New York Law Journal: Cuomo Signs Attorney Fee FOIL Bill

Cuomo Signs Attorney Fee FOIL Bill

By Josefa Velasquez | UPDATEDDec 13, 2017 at 01:57 AM

Gov. Andrew Cuomo (Shutterstock)

New York Gov. Andrew Cuomo on Wednesday signed a bill into law requiring state agencies to pay attorney’s fee if a court finds that the agency had no “reasonable basis” for denying a Freedom of Information Law request.

The bill, sponsored by Democratic Assemblywoman Amy Paulin and Republican state Sen. Patrick Gallivan, would encourage state agencies to comply with FOIL and “minimize the burden of cost and time from bringing a judicial proceeding,” the legislation says.

In his approval message, Cuomo says the bill “continues to perpetuate a fractured and inequitable system of transparency by only applying to the Executive, and intentionally excluding other branches of government.”

“Specifically, this bill would remove judicial discretion and mandate the award of attorney’s fees against the state. Notably, current law already provides courts with discretion to award attorney’s fees in such situation, but they are not required to do so,” Cuomo wrote.

The Democratic governor vetoed similar legislation in 2015, arguing that the previous bill was “unworkable, inequitable and a piecemeal approach to FOIL reform.” Cuomo has repeatedly criticized the Legislature FOIL exemption and said in his approval message that he would advance reforms to FOIL in this upcoming legislative session—scheduled to begin Jan. 3— “because transparency should be embraced by all.”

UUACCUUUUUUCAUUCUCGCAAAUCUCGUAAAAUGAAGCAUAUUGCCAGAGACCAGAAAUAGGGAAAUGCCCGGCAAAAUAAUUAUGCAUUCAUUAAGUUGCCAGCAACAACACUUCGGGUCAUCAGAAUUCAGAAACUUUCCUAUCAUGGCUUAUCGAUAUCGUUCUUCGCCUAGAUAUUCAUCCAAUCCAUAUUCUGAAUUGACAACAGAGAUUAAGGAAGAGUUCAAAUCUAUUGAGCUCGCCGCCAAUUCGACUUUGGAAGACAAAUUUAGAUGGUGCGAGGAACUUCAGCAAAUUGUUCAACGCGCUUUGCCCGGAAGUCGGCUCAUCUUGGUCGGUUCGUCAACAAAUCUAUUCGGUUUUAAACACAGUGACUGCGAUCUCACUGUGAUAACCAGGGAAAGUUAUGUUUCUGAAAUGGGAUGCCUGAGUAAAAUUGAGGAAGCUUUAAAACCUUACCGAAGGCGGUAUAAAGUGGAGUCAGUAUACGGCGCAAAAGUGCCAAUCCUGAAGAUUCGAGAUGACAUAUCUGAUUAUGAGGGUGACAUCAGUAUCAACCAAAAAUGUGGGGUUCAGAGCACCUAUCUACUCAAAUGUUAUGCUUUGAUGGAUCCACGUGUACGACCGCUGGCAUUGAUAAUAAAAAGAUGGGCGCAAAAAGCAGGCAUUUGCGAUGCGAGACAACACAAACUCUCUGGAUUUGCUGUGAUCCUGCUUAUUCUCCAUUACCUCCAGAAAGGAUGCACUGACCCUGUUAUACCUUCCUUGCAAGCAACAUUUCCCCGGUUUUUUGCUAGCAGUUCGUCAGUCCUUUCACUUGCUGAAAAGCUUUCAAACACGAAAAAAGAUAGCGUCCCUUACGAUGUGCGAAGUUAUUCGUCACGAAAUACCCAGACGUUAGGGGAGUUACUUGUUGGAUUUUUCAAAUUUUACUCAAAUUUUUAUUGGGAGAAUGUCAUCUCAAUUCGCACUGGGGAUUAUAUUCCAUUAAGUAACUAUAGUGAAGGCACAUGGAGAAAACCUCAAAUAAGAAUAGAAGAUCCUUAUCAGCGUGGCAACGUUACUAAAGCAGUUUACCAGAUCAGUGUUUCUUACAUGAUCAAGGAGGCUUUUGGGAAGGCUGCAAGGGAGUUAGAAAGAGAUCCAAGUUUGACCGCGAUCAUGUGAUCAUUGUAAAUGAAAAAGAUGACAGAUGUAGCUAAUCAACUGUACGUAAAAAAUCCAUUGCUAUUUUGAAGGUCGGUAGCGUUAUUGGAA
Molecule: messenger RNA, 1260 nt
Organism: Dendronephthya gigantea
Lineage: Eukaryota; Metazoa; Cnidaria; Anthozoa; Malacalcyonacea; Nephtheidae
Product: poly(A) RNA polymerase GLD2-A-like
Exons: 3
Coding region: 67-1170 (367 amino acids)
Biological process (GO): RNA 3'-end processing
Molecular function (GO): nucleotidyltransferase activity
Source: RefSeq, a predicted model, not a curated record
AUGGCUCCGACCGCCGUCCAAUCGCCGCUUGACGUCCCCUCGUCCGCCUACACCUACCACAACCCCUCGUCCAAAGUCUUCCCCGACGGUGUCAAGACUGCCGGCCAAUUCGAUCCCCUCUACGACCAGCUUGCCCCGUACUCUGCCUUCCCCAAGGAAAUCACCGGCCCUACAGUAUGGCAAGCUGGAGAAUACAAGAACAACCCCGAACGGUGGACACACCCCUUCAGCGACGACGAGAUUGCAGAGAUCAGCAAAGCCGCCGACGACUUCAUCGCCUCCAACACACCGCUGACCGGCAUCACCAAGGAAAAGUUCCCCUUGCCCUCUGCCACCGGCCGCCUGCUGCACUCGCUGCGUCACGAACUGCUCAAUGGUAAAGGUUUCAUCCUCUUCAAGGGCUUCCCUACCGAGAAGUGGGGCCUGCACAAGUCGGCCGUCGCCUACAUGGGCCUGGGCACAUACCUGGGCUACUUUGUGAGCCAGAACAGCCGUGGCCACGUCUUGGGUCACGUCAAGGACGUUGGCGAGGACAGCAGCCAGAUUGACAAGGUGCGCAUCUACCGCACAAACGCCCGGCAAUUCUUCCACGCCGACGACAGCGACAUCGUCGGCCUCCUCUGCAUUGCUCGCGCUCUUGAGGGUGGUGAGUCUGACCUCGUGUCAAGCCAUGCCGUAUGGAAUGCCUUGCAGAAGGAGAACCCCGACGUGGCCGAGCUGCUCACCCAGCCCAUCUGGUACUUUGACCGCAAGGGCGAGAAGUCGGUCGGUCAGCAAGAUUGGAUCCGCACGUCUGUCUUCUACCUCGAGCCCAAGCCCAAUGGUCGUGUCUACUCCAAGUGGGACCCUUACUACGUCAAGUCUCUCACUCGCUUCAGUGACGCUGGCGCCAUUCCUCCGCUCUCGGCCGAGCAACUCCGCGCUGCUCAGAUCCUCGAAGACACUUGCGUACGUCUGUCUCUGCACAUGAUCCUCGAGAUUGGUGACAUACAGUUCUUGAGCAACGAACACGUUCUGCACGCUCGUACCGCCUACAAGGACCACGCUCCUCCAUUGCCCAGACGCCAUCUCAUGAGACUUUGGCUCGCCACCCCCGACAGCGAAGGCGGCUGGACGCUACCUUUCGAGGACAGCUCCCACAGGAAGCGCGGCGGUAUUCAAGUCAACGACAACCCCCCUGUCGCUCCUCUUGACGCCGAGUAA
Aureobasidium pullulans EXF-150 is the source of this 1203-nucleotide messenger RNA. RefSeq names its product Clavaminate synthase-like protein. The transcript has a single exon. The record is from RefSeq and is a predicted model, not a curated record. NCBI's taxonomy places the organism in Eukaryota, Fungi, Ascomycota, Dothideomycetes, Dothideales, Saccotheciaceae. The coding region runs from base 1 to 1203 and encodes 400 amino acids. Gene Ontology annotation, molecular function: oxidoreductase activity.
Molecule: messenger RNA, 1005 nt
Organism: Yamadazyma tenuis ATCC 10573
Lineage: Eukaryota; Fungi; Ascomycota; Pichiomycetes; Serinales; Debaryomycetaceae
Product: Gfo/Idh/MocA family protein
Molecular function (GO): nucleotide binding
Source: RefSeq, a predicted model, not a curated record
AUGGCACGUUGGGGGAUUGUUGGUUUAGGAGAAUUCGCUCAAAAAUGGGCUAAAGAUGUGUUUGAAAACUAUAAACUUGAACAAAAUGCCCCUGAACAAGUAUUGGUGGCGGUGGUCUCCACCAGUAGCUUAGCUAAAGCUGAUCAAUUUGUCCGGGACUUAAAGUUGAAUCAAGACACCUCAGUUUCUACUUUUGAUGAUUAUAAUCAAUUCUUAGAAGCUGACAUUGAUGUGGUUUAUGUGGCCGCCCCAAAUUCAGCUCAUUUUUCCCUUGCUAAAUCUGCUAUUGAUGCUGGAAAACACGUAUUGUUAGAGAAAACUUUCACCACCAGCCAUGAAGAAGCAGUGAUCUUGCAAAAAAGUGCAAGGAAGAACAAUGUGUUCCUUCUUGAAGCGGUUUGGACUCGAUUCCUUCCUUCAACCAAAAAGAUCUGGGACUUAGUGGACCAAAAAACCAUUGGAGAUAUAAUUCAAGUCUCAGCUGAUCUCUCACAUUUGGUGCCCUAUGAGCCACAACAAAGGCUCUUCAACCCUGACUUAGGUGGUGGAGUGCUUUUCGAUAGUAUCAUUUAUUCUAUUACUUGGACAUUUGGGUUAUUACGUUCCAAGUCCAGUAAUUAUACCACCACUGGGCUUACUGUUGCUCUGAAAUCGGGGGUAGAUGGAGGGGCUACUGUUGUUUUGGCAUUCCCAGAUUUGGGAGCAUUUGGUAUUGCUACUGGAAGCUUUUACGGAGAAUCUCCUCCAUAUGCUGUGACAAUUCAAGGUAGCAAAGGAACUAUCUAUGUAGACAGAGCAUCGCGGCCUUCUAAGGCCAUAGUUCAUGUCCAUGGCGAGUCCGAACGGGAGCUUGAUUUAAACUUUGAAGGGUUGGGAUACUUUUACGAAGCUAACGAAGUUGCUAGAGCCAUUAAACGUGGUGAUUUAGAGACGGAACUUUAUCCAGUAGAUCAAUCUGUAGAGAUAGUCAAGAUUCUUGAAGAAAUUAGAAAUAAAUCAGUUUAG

The bill signed by the governor remedies what he calls “technical concerns” he had about the previous iteration of the legislation.

“Thus while I continue to harbor concerns about diminishing the court’s discretion in these cases, it is outweighed by the greater principle of increasing transparency,” Cuomo said.

Josefa Velasquez

Josefa Velasquez is a regulatory and Court of Appeals reporter for the New York Law Journal based in Albany, N.Y. Contact Josefa Velasquez at Twitter: @j__velasquez

Original Source:

December 30, 2017